Every poet and writer must read ire’ne lara silva

Every poet and writer must read ire’ne lara silva. Her ability to create danza (dance), song, and justice creates a literary altar that honors our ancestors. Rooted in the indigeneity of Chicanx and Latinx identity, lara silva binds together past, present, and future. Her work is a piece of the foundation which holds up our spiritual mestizaje in poetic form.

In Blood, Sugar, Canto (Saddle Road Press, 2016), ire’ne lara silva creates medicine in intricate poems that speak to the diabetic people we know and love. The poem “diabetic epidemic” takes us from familial to “so many people of color so many poor and working class…” (33). She ends the book with “there will be singing in the morning” assuring her reader that “we will sing impossible songs…” (95) as we watch her glide in the air with her wings and her canto.

Within the pages of Entre Guadalupe y Malinche: Tejanas in Literature and Art (University of Texas Press, 2016), we find her poem, “en trozos/in pieces.” She honors the body as we learn about the amputation of life and of limbs due to diabetes. As she reflects on the fear of losing her own body limb by limb, she delivers us a love story we can all resonate with.

…oh body cuerpecito mío /

how many years i wasted not loving you /

judging you for what they said you lacked /

for what you were too much off /

too big too dark too fat too short to india /

too masculine not pretty enough not feminine enough /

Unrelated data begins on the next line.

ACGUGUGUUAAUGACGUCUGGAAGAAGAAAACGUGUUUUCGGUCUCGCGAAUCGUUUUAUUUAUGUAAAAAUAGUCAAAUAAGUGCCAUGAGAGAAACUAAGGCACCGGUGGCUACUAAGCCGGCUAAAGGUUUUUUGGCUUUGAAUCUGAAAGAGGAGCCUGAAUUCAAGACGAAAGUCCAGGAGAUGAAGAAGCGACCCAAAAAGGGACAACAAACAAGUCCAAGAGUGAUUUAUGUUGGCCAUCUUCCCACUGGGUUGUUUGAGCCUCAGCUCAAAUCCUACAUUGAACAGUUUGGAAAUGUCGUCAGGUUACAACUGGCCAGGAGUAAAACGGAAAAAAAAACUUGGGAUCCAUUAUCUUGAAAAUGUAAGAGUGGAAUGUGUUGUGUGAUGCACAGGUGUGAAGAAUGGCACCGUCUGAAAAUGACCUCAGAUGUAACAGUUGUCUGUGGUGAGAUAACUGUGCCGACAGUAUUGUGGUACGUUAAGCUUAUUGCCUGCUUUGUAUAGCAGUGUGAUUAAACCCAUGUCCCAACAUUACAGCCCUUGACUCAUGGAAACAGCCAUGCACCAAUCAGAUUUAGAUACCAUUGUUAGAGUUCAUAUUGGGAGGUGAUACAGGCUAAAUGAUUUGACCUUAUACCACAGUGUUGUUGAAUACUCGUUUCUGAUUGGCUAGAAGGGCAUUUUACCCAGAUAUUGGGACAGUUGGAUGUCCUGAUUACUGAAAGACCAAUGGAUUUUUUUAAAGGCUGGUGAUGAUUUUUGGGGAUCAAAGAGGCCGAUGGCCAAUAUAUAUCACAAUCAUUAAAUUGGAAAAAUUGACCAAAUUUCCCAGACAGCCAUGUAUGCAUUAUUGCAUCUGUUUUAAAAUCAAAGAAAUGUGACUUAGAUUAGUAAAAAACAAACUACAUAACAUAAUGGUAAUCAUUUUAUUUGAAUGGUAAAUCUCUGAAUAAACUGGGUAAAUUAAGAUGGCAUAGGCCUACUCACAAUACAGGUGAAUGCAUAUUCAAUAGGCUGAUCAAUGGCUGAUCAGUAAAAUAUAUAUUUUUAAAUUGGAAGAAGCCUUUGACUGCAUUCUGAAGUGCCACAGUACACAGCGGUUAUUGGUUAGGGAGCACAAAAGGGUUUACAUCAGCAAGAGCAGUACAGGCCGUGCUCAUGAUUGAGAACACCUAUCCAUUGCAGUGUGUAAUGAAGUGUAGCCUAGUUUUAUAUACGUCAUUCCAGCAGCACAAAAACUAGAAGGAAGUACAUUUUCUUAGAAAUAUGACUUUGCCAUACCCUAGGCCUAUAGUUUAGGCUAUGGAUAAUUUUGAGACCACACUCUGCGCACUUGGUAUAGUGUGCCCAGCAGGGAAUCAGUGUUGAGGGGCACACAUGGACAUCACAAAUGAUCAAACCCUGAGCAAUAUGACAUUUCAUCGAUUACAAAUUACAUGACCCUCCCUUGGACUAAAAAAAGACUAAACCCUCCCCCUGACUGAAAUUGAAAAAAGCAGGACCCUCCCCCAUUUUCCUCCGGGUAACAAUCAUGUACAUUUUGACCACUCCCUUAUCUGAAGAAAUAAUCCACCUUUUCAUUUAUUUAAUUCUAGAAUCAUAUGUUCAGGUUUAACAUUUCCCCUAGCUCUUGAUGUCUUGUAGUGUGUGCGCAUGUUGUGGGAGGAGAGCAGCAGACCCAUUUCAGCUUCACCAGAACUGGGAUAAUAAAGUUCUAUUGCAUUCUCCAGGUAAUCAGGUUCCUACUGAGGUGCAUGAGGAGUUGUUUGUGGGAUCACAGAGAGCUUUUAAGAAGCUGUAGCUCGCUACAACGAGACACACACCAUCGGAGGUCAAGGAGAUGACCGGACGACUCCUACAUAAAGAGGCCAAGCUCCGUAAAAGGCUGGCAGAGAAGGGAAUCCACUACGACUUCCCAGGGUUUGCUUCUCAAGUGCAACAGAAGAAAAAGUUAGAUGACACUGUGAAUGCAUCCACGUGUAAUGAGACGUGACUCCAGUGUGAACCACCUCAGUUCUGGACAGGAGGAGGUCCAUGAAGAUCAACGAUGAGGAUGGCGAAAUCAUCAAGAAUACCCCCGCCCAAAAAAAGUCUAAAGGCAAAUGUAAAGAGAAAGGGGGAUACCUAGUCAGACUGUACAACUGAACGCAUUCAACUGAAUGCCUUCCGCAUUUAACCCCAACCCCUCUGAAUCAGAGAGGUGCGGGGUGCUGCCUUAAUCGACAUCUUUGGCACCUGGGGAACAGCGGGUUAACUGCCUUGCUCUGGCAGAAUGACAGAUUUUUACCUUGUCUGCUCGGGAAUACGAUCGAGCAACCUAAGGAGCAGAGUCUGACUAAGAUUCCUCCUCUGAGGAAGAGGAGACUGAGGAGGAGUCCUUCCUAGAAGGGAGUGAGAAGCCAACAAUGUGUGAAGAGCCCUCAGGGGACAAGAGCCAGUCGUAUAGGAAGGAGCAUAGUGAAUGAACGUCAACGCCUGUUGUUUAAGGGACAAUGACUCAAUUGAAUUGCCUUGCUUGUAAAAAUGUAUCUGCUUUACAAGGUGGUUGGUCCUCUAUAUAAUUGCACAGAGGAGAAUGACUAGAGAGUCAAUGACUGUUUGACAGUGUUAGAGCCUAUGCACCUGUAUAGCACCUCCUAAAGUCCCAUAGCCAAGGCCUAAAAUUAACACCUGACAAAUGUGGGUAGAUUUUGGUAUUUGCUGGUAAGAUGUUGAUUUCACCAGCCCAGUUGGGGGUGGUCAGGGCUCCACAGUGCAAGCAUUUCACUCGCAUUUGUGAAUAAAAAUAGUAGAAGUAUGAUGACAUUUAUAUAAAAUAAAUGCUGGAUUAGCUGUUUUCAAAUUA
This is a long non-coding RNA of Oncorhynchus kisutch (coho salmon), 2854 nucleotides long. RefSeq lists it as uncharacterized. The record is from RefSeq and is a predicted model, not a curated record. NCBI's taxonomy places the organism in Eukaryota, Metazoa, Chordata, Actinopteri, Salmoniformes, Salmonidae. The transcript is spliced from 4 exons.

not worthy of love / what does any of that matter now… (286).

I am on edge awaiting her next book available January 2019 to be published by Saddle Road Press. This next book of songs and gritos is titled Cuicacalli which is Nahuatl for house of songs. I once described gritos as prayers projected from the throat. In her workshop on gritos, ire’ne had everyone on their feet, digging deep within themselves to loosen these howls that seemed to have been stuck inside of us for centuries. I remember a woman who did yoga, and never once tried a grito, became overwhelmed with emotion. She likened the grito to yoga because it involved the entire body.

ire’ene lara silva’s new work will surely speak to and from the entire body as does all her poetry and fiction. For a lesson in prayer, and on writing from the tension between struggle and hope, do not miss reading ire’ene lara silva’s work.

Carolina Hinojosa-Cisneros is a Tejana  poet and freelance writer. Her work has appeared at On Being, The Rumpus, Rock & Sling, The Acentos Review, among others. She is a Jack Sr. and Doris McCord Smothers scholar at Our Lady of the Lake University where she is a graduate student in the MA program with emphases in literature, creative writing, and social justice. 

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